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Edmond
National Theatre, London


Ursula Strauss

David Mamet's Edmond is a journey into darkness, one man's descent into the entwined crimes of misogny, racism, homophobia and violence.

A bored and emotionally numb Edmond decides to leave his wife and wanders through a series of misguided and increasingly violent interactions with call-girls, pimps, pawn-brokers and the assorted people of the night. Misunderstanding his own need for connection, in each scene he endeavours to make the contact a transaction over which he is in control.

When he finds his control slipping or that, in fact, he is the one being exploited, he responds with increasing violence and rage, like a thwarted child. Mamet shows us the ugly face of American self-gratification and the irony is that the things that Edmond thinks he needs (sex, attention, protection) are not what he really needs.

The action moves forward in a succession of vignettes, mimicking the structure of a morality play. Edmond is shown increasingly sordid and distasteful aspects of himself, until he is desperate for deliverance. The logical consequences of the threatened masculine identity are nothing new in terms of the stage and screen - however, Mamet's use of dialogue in exploring the causes of these dilemmas is most astute.

Throughout the play Edmond gabbles half-baked philosophy, trying to invoke dictums of common sense, commercial aphorisms or barely remembered fragments of literature in a desperate and largely futile attempt to ground himself in some kind of meaning. Edmond blames his murder on having 'drunk too much coffee', implicating the whole of his existence in his crime.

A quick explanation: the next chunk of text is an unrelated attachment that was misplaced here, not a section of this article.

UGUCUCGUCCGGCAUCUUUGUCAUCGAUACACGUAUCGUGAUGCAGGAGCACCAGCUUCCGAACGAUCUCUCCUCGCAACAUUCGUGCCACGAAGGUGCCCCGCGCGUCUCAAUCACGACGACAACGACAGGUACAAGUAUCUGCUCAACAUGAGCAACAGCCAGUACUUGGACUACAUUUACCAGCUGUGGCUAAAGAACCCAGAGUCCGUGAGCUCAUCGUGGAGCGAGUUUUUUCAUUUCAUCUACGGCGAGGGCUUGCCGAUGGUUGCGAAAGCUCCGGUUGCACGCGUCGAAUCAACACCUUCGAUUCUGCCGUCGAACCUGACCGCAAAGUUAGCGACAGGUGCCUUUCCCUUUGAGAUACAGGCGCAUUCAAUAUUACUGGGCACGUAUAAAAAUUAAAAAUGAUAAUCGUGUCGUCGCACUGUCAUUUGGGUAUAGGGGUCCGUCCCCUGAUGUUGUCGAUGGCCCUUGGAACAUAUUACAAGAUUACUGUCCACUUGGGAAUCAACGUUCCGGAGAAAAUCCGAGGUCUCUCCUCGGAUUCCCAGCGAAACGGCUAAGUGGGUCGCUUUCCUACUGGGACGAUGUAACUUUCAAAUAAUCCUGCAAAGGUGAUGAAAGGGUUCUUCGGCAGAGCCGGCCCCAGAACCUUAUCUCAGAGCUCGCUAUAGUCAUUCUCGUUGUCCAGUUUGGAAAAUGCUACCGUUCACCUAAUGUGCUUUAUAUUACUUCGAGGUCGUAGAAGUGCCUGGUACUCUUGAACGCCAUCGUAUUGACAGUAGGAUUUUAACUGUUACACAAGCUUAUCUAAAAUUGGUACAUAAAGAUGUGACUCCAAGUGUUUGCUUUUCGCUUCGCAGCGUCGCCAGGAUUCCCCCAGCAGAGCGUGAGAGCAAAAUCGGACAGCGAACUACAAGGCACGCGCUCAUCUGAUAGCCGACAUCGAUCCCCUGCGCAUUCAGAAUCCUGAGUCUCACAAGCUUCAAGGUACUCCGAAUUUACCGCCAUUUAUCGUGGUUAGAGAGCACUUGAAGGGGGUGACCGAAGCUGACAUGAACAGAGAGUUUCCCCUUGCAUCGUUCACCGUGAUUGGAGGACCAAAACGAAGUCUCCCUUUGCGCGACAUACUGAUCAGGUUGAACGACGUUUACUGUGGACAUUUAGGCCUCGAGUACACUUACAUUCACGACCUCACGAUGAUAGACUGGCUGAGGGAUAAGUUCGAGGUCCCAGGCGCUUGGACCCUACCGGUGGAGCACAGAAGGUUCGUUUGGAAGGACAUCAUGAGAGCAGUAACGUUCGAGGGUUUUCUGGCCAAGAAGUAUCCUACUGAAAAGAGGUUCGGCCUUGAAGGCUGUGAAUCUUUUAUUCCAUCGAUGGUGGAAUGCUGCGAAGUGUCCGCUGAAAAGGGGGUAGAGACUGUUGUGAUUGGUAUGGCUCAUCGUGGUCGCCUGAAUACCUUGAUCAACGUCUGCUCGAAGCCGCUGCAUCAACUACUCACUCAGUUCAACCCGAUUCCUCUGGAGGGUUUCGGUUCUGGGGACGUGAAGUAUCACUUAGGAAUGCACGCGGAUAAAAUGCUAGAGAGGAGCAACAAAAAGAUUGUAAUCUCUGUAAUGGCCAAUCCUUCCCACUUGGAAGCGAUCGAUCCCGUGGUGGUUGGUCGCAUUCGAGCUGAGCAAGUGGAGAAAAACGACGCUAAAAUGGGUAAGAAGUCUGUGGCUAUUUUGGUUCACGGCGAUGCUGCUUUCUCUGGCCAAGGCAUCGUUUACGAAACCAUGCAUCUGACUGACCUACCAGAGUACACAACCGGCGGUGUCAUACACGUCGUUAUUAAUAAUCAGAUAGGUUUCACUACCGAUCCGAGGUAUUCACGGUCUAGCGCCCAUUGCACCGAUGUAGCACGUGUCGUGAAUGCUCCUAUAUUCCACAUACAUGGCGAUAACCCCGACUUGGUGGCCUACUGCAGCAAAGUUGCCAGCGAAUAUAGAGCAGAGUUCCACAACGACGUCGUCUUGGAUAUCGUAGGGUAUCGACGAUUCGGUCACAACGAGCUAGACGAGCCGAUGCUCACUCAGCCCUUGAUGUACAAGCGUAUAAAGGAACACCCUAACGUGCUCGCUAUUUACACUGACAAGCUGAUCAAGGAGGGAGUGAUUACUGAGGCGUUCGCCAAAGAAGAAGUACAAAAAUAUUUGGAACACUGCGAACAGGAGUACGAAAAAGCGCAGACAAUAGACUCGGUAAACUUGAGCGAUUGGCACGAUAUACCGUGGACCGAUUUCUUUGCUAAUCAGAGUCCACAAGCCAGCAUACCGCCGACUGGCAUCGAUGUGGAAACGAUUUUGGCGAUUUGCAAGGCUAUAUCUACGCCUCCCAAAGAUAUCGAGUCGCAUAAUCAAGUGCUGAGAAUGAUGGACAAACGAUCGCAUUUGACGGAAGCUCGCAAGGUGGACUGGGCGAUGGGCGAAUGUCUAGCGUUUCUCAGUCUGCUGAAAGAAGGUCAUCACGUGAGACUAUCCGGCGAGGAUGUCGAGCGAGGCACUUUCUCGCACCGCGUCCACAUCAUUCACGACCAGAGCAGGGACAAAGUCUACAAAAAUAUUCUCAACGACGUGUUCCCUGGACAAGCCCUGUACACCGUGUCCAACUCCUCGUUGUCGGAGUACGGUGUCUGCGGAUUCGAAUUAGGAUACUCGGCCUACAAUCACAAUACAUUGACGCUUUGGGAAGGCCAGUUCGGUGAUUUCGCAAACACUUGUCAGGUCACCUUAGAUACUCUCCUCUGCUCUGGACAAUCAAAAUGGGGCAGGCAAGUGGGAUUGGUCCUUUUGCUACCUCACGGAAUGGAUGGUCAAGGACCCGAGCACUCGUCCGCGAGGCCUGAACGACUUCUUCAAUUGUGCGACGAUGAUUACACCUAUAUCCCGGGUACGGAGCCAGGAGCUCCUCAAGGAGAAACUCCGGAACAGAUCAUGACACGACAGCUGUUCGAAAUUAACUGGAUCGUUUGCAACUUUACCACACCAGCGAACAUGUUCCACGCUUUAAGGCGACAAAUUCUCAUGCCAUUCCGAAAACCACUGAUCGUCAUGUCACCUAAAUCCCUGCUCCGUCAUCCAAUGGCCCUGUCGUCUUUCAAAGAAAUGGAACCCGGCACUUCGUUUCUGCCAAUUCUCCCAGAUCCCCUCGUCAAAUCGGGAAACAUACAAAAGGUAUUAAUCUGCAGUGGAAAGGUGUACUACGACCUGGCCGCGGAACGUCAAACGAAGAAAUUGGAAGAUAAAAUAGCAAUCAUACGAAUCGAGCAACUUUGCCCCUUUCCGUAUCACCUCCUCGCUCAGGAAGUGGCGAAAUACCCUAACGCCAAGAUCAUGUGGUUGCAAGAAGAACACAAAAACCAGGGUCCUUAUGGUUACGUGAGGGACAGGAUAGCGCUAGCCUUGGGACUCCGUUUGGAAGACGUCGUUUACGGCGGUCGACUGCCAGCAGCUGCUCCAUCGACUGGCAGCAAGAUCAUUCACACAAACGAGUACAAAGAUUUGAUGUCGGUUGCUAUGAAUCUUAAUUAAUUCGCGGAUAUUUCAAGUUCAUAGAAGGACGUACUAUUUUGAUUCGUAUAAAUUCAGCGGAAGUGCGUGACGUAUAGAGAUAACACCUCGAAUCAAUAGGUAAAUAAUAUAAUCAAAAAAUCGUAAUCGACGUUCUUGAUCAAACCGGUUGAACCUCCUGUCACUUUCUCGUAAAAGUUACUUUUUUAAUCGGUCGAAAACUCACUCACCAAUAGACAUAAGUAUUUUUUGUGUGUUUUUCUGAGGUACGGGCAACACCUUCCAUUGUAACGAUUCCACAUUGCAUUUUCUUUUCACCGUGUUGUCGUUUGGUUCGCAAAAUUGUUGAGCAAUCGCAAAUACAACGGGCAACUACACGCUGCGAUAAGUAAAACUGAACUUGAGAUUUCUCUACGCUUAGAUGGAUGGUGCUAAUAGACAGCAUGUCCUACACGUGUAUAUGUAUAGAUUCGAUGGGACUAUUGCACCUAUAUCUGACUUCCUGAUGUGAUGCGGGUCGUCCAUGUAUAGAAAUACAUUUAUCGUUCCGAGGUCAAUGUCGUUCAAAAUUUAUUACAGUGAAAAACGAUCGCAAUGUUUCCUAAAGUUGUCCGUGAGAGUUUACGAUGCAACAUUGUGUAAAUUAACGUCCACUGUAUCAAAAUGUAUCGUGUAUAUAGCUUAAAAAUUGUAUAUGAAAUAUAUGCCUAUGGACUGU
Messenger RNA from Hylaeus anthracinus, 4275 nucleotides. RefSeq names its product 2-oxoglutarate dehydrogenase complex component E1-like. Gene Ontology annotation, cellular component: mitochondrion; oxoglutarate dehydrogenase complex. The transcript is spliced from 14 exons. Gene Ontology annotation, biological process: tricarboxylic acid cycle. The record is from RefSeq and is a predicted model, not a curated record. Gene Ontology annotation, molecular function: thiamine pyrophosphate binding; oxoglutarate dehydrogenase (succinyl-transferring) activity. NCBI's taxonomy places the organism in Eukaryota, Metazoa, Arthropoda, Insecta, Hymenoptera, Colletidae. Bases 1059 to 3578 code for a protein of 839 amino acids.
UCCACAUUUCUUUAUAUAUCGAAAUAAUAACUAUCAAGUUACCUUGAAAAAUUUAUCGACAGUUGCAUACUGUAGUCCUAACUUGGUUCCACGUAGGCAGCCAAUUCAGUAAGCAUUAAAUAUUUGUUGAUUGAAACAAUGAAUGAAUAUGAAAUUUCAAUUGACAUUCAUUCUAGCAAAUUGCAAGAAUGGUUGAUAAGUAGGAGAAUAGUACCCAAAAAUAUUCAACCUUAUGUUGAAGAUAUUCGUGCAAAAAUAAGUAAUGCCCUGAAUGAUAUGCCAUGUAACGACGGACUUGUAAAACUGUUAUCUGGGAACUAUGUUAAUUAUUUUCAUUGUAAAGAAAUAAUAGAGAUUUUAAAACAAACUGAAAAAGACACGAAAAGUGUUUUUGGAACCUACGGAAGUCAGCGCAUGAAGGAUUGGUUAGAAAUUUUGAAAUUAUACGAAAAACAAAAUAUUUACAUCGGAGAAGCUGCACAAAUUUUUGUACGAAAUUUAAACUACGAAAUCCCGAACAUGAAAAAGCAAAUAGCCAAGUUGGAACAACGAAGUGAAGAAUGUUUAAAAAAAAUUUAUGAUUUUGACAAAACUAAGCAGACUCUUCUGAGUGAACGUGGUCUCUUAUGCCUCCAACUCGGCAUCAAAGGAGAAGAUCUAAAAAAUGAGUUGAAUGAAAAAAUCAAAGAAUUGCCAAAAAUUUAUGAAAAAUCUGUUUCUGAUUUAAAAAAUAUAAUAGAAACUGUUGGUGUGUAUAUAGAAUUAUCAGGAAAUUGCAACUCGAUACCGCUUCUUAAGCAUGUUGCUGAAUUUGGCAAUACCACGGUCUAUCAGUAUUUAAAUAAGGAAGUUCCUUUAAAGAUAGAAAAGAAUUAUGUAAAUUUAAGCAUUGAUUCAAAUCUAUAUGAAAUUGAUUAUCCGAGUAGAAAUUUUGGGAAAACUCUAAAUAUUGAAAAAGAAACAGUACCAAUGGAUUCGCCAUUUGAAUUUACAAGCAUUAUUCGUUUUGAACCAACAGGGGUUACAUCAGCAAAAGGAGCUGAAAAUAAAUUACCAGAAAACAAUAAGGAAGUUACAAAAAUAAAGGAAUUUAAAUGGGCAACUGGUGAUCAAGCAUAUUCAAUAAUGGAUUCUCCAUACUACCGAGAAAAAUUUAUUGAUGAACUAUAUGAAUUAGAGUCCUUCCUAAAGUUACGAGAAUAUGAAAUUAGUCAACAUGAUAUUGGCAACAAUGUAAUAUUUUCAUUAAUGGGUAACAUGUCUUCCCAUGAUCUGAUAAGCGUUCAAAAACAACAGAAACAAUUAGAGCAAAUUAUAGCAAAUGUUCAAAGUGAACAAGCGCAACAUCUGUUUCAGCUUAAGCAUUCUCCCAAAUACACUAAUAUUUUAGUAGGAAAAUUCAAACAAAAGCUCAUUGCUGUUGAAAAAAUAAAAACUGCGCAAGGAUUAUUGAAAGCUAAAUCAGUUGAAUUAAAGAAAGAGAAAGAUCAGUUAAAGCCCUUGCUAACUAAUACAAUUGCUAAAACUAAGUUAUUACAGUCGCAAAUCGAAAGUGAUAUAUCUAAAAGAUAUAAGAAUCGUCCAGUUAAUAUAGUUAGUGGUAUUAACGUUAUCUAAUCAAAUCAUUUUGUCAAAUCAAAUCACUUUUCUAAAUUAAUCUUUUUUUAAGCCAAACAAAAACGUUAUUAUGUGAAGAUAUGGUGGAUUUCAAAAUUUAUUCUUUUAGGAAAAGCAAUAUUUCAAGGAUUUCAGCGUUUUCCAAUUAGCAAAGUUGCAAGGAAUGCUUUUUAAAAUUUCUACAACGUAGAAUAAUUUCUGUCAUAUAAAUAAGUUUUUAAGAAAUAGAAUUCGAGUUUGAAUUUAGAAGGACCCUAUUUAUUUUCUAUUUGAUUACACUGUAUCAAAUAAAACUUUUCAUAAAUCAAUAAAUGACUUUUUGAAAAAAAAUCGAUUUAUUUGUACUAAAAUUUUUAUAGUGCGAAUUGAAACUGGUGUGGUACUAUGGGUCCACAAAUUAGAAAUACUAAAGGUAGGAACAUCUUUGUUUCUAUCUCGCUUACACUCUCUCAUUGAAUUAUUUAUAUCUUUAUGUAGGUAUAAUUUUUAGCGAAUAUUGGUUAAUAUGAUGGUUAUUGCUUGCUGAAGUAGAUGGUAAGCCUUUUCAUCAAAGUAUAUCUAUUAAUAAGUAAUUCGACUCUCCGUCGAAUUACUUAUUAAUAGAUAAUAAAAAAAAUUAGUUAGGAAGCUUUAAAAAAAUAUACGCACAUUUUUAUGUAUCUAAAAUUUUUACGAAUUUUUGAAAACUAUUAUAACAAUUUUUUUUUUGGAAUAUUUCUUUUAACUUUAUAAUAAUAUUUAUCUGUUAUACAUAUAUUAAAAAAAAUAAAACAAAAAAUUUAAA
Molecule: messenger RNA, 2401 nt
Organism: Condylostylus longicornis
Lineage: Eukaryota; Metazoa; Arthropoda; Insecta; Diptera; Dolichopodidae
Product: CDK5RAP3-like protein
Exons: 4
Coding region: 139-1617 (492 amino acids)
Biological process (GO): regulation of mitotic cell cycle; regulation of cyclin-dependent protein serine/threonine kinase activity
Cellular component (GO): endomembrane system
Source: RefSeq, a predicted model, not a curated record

There is much that is good about Edward Hall's production, although at times (probably due to the very large cast) it has a workshoppy air. Michael Pavelka's design cleverly conjures up the fetid metropolis in the most minimalist fashion, with the use of sound particularly effective in the production. Kenneth Branagh effortlessly holds the attention throughout, playing both the comedy and maintaining the tension with equal effectiveness.

Nicola Walker, as the neurotic waitress/actress, is a completely identifiable character, conveyed with humour and tragedy. The well-played comic moments are, in fact, what keep the audience going throughout this at times gruelling piece, however, it never becomes a black comedy - the message is too dark to be laughed away.

The problem with Edmond is the ending - although his descent into hell is signposted and gradual, we have only one scene in which he has turned the corner, and as a result, this seems slightly facile. In the final scene where Edmond and his cellmate (Nonso Anozie) discuss the meaning of life outside the prison, the concepts remain as fragile and fragmentary as they were previously. Edmond has not discovered any answers - there is a kind of amorality to this scene, as the turbulent events that led him to prison seem all but forgotten.

The kiss with his cell-mate at the end symbolises Edmond's facing his fears, stepping away from the hatred and insecurity that had led him into violence and murder. The child-like kiss seemed a little too chaste, as it hardly removed Edmond from the immature world of his half-baked beliefs and belligerent misogyny. However, a more sexual kiss may have detracted from the message that it is not sex that Edmond needs. What Edmonds finds at the end is not so much an answer but an answering voice - and it is in this genuine connection that he finds peace.


Till 4 October

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